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GP practices will not be funded to employ therapists despite GPFV pledge

Exclusive A vast majority of the 3,000 new ‘practice-based’ mental health workers promised in last year's GP Forward View will not be working in practices after all, Pulse has learned.

The GP rescue package published last April had said NHS England would be funding ‘3,000 new fully funded practice-based mental health therapists’ by 2021.

It had said this would provide enough therapists to provide ‘an average of a full time therapist for every 2-3 typical sized GP practices’.

But, asked for clarification, NHS England has confirmed to Pulse that all 3,000 are linked to an already announced expansion of the Improving Access to Psychological Therapies (IAPT) scheme to people with long-term conditions.

As such, the therapists will not be employed directly by GPs and only some of the new practitioners will work in practices.

NHS England bosses insisted this was not a ‘broken promise’ as the therapists will be part of ‘primary care teams’.

But the RCGP, which has been calling for every practice to get access to a mental health therapist, called for ‘reassurance’ from NHS England that the therapists would be ‘genuinely integrated’ with GP practices.

NHS England told Pulse: ‘Practice-based therapists can mean co-location, for example at a local hub, but not directly employed by practices.’

Asked how GPs will be able to get access to the therapists, an NHS England spokesperson told Pulse: 'It will be a CCG-commissioned service, and so for them to discuss with CCG and IAPT service.'

NHS England’s director of primary care Dr Arvind Madan said: ‘It is wrong to say we have broken any promises. There are going to be 4,500 extra mental health therapists planned under the IAPT programme by 2020/21, including 3,000 mental health therapists based in practice buildings or within primary care teams, depending on what makes sense for local patients and services.’

But RCGP chair Professor Helen Stokes-Lampard said: ‘Ensuring that every GP practice has access to a mental health therapist was a key pledge in NHS England’s GP Forward View – and essential in the drive to achieve parity of esteem between the physical and mental health care we provide our patients.

‘We understand that this access will largely be delivered through IAPT providers – as opposed to GP practices employing mental health therapists directly – and as such we need assurances from NHS England that the therapists will be genuinely integrated with general practice, not simply an expansion of existing IAPT teams.'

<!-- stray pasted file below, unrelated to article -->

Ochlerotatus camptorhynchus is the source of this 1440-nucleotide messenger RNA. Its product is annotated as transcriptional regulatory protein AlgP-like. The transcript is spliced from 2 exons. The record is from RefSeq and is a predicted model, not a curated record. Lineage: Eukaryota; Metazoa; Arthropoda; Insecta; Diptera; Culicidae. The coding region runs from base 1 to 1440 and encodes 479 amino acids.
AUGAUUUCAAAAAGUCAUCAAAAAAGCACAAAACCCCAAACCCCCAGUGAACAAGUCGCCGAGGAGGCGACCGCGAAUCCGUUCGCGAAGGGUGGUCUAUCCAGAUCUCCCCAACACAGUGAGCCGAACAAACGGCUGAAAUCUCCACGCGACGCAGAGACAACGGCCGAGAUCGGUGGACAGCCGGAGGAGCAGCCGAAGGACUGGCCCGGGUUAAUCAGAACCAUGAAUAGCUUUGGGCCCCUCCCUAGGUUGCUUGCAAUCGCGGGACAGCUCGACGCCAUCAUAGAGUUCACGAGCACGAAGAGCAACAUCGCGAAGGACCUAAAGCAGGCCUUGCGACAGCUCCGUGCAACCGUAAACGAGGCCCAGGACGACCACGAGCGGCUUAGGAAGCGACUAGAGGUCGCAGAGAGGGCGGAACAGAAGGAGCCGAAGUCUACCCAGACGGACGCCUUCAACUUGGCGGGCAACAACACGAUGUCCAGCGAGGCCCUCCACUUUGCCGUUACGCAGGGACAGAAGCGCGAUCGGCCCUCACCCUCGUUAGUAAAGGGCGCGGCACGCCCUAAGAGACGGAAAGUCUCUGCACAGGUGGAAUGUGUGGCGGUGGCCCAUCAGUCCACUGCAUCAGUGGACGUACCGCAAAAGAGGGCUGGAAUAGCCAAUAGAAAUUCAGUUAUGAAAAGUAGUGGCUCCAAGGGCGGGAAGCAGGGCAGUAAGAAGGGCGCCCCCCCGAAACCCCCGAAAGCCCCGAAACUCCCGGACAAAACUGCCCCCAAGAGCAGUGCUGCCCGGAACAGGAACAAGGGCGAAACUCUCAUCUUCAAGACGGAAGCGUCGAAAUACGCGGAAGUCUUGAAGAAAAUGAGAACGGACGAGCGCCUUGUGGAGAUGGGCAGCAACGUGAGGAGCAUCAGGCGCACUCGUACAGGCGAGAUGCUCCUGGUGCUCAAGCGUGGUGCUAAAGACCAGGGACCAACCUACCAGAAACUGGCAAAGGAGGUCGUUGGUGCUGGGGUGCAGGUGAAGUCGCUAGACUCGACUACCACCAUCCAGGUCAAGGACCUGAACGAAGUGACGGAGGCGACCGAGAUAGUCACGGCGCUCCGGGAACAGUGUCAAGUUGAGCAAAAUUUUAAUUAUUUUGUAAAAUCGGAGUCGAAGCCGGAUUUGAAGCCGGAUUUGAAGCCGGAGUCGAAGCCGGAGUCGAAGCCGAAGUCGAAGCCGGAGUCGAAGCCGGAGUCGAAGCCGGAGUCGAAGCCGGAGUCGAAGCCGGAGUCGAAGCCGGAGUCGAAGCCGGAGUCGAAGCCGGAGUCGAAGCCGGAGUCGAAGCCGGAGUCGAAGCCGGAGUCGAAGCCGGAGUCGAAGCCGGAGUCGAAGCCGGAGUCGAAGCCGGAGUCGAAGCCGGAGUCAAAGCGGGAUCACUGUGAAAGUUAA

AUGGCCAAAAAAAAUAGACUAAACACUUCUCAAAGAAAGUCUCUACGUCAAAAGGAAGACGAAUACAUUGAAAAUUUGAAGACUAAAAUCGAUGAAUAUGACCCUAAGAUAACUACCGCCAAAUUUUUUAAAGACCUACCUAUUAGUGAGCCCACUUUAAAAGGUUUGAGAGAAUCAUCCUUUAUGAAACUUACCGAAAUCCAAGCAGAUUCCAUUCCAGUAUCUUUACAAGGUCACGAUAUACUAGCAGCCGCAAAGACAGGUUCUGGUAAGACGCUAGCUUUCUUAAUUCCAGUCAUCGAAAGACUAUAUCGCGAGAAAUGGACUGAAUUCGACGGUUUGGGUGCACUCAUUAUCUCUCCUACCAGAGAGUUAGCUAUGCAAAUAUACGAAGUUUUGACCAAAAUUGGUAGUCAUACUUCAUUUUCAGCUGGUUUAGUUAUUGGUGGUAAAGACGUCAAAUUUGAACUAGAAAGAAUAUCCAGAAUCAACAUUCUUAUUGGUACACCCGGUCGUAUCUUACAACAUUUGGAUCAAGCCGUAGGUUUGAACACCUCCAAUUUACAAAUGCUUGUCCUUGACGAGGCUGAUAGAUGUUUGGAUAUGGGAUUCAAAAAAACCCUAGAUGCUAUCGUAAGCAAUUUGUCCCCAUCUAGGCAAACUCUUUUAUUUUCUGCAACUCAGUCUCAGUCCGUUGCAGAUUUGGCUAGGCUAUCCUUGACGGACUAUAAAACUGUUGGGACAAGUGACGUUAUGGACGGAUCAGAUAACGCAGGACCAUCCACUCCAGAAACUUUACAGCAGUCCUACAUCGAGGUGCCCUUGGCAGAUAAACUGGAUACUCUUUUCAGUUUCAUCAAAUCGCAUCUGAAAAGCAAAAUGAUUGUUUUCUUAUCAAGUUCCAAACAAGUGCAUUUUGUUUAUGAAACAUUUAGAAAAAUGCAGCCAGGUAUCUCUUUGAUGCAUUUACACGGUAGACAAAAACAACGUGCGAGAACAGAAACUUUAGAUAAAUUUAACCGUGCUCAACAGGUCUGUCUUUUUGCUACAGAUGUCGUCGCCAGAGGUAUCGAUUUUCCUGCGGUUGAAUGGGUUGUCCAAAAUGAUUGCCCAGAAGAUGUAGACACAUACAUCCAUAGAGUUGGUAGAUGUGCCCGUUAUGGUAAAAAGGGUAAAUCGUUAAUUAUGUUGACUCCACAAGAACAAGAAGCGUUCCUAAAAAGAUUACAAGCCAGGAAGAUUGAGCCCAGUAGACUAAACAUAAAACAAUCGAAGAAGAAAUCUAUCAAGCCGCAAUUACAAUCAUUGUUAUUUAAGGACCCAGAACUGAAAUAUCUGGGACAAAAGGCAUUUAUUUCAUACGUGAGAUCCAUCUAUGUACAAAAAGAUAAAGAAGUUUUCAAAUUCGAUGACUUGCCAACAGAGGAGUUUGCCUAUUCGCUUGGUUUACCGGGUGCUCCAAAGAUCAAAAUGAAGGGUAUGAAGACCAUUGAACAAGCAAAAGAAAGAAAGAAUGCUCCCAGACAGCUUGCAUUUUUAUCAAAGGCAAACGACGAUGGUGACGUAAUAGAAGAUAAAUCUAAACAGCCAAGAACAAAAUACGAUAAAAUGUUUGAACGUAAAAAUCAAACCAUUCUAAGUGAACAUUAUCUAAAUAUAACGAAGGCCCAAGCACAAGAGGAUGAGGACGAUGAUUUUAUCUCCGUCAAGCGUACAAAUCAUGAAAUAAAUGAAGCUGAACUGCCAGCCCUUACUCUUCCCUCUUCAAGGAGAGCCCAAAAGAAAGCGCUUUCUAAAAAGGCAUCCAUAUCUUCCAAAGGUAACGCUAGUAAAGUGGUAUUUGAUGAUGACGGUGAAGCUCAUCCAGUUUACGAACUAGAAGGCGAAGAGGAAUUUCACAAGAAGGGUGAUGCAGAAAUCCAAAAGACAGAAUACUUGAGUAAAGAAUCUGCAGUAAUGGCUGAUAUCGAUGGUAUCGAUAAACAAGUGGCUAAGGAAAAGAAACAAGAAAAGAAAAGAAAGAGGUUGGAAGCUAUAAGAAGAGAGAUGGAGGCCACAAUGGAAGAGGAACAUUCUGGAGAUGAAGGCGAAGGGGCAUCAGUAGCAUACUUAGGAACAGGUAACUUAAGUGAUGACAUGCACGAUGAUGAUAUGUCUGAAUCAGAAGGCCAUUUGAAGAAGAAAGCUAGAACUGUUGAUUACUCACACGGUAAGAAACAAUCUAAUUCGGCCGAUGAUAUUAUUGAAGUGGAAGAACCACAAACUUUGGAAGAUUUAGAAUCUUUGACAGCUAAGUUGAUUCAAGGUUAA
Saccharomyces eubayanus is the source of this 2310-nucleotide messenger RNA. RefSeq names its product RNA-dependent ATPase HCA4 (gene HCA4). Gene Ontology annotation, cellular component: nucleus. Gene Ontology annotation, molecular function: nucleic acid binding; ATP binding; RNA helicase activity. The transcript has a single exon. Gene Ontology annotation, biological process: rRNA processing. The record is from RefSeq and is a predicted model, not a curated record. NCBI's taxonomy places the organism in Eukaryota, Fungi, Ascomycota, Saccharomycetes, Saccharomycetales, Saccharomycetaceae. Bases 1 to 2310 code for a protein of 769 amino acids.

Mental health therapists – broken dreams or promises?

Last year the RCGP called for all GP practices to get access to a mental health worker, and lobbied NHS England ‘in parallel’ with the Mental Health Taskforce to get this on the agenda.  

NHS England subsequently endorsed the Mental Health Taskforce's recommendations, including expansion of the IAPT programme to people with long-term conditions, as well as better core training of GPs in mental health.

The RCGP had said it wanted to 'ensure that GP practices have targeted access to mental health professionals – ideally for them to be based in practices as part of the practice team, in a similar way that practice-based pharmacists are currently being rolled out across England'.

NHS England had appeared to step up to the plate with its pledge to provide '3,000 new fully funded practice-based mental health therapists' in the GP Forward View, published last April.

 

Readers' comments (5)

  • Cobblers

    Don't be surprised. It's doublespeak. Classic headline grabbing announcement then deflation as the small print is read.

    Expect a lot more of this.

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  • Vinci Ho

    Same question to you from me again:
    Have you written to Sarah Wollaston? And by the way, Sarah , where are you?

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  • Vinci Ho

    Oh , the first question is for you , Helen.

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  • That's strange. Simon said the other day he's demolishing CCGs and giving power to STPs soon. Anyone sane in CCG will be looking to wind down and transfer the power over the next couple of years just like PCTs did only 4 years ago!

    So I suspect CCGs will be commissioning this in smallest way possible to satisfy the mandate - not through their choice butto comply with NHSE's own rule!

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  • I strong support the RCGP stance. Current mental health services are not well integrated with general practice whilst practice workload particularly in supporting patients with mental health problems and dual diagnosis is rising inexorably. Restrictive criteria and 'turf' wars between different services abound.
    The practice as a hub of integration is a key principle which we must adhere to

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